EXAMPLES:

sage: Tableau([[1,1],[1,2]]).is_semistandard()
False
sage: Tableau([[1,2],[1,2]]).is_semistandard()
False
sage: Tableau([[1,1],[2,2]]).is_semistandard()
True
sage: Tableau([[1,2],[2,3]]).is_semistandard()
True
sage: Tableau([[4,1],[3,2]]).is_semistandard()
False

is_standard()

Return True if self is a standard tableau and False otherwise.

EXAMPLES:

sage: Tableau([[1, 3], [2, 4]]).is_standard()
True
sage: Tableau([[1, 2], [2, 4]]).is_standard()
False
sage: Tableau([[2, 3], [2, 4]]).is_standard()
False
sage: Tableau([[5, 3], [2, 4]]).is_standard()
False

k_weight(k)

Return the $$k$$-weight of self.

A tableau has $$k$$-weight $$\alpha = (\alpha_1, ..., \alpha_n)$$ if there are exactly $$\alpha_i$$ distinct residues for the cells occupied by the letter $$i$$ for each $$i$$. The residue of a cell in position $$(a,b)$$ is $$a-b$$ modulo $$k+1$$.

This definition is the one used in [Ive2012] (p. 12).

REFERENCES:

 [Ive2012] S. Iveson, Tableaux on k + 1-cores, reduced words for affine permutations, and k-Schur expansions, Operators on $$k$$-tableaux and the $$k$$-Littlewood-Richardson rule for a special case, UC Berkeley: Mathematics, Ph.D. Thesis, https://escholarship.org/uc/item/7pd1v1b5

EXAMPLES:

sage: Tableau([[1,2],[2,3]]).k_weight(1)
[1, 1, 1]
sage: Tableau([[1,2],[2,3]]).k_weight(2)
[1, 2, 1]
sage: t = Tableau([[1,1,1,2,5],[2,3,6],[3],[4]])
sage: t.k_weight(1)
[2, 1, 1, 1, 1, 1]
sage: t.k_weight(2)
[3, 2, 2, 1, 1, 1]
sage: t.k_weight(3)
[3, 1, 2, 1, 1, 1]
sage: t.k_weight(4)
[3, 2, 2, 1, 1, 1]
sage: t.k_weight(5)
[3, 2, 2, 1, 1, 1]

lambda_catabolism(part)

Return the part-catabolism of self, where part is a partition (which can be just given as an array).

For a partition $$\lambda$$ and a tableau $$T$$, the $$\lambda$$-catabolism of $$T$$ is defined by performing the following steps.

1. Truncate the parts of $$\lambda$$ so that $$\lambda$$ is contained in the shape of $$T$$. Let $$m$$ be the length of this partition.
2. Let $$T_a$$ be the first $$m$$ rows of $$T$$, and $$T_b$$ be the remaining rows.
3. Let $$S_a$$ be the skew tableau $$T_a / \lambda$$.
4. Concatenate the reading words of $$S_a$$ and $$T_b$$, and insert into a tableau.

EXAMPLES:

sage: Tableau([[1,1,3],[2,4,5]]).lambda_catabolism([2,1])
[[3, 5], [4]]
sage: t = Tableau([[1,1,3,3],[2,3],[3]])
sage: t.lambda_catabolism([])
[[1, 1, 3, 3], [2, 3], [3]]
sage: t.lambda_catabolism([1])
[[1, 2, 3, 3, 3], [3]]
sage: t.lambda_catabolism([1,1])
[[1, 3, 3, 3], [3]]
sage: t.lambda_catabolism([2,1])
[[3, 3, 3, 3]]
sage: t.lambda_catabolism([4,2,1])
[]
sage: t.lambda_catabolism([5,1])
[[3, 3]]
sage: t.lambda_catabolism([4,1])
[[3, 3]]

last_letter_lequal(tab2)

Return True if self is less than or equal to tab2 in the last letter ordering.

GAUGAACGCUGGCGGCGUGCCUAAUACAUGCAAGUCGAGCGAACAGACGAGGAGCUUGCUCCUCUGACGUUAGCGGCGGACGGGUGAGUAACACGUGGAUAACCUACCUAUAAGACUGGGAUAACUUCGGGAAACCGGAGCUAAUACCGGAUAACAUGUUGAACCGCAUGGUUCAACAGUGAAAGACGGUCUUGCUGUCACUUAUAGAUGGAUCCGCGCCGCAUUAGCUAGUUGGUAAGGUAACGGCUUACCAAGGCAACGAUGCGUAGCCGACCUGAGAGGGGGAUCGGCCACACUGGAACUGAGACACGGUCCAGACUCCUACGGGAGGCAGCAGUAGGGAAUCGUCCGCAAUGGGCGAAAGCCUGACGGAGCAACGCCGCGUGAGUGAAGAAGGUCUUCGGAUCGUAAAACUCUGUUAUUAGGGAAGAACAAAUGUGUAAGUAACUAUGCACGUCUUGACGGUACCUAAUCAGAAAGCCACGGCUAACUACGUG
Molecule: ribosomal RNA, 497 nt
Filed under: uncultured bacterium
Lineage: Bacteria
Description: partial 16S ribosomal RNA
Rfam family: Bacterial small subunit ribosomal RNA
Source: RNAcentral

EXAMPLES:

sage: st = StandardTableaux([3,2])
sage: f = lambda b: 1 if b else 0
sage: matrix( [ [ f(t1.last_letter_lequal(t2)) for t2 in st] for t1 in st] )
[1 1 1 1 1]
[0 1 1 1 1]
[0 0 1 1 1]
[0 0 0 1 1]
[0 0 0 0 1]

left_key_tableau()

Return the left key tableau of self.

The left key tableau of a tableau $$T$$ is the key tableau whose entries are weakly lesser than the corresponding entries in $$T$$, and whose column reading word is subject to certain conditions. See [LS90] for the full definition.

ALGORITHM:

The following algorithm follows [Willis10]. Note that if $$T$$ is a key tableau then the output of the algorithm is $$T$$.

To compute the left key tableau $$L$$ of a tableau $$T$$ we iterate over the columns of $$T$$. Let $$T_j$$ be the $$j$$-th column of $$T$$ and iterate over the entries in $$T_j$$ from bottom to top. Initialize the corresponding entry $$k$$ in $$L$$ as the largest entry in $$T_j$$. Scan the columns to the left of $$T_j$$ and with each column update $$k$$ to be the lowest entry in that column which is weakly less than $$k$$. Update $$T_j$$ and all columns to the left by removing all scanned entries.

See also

EXAMPLES:

sage: t = Tableau([[1,2],[2,3]])
sage: t.left_key_tableau()
[[1, 1], [2, 2]]
sage: t = Tableau([[1,1,2,4],[2,3,3],[4],[5]])
sage: t.left_key_tableau()
[[1, 1, 1, 2], [2, 2, 2], [4], [5]]

leq(secondtab)

Check whether each entry of self is less-or-equal to the corresponding entry of a further tableau secondtab.

INPUT:

• secondtab – a tableau of the same shape as self

EXAMPLES:

sage: T = Tableau([[1, 2], [3]])
sage: S = Tableau([[1, 3], [3]])
sage: G = Tableau([[2, 1], [4]])
sage: H = Tableau([[1, 2], [4]])
sage: T.leq(S)
True
sage: T.leq(T)
True
sage: T.leq(G)
False
sage: T.leq(H)
True
sage: S.leq(T)
False
sage: S.leq(G)
False
sage: S.leq(H)
False
sage: G.leq(H)
False
sage: H.leq(G)
False

level()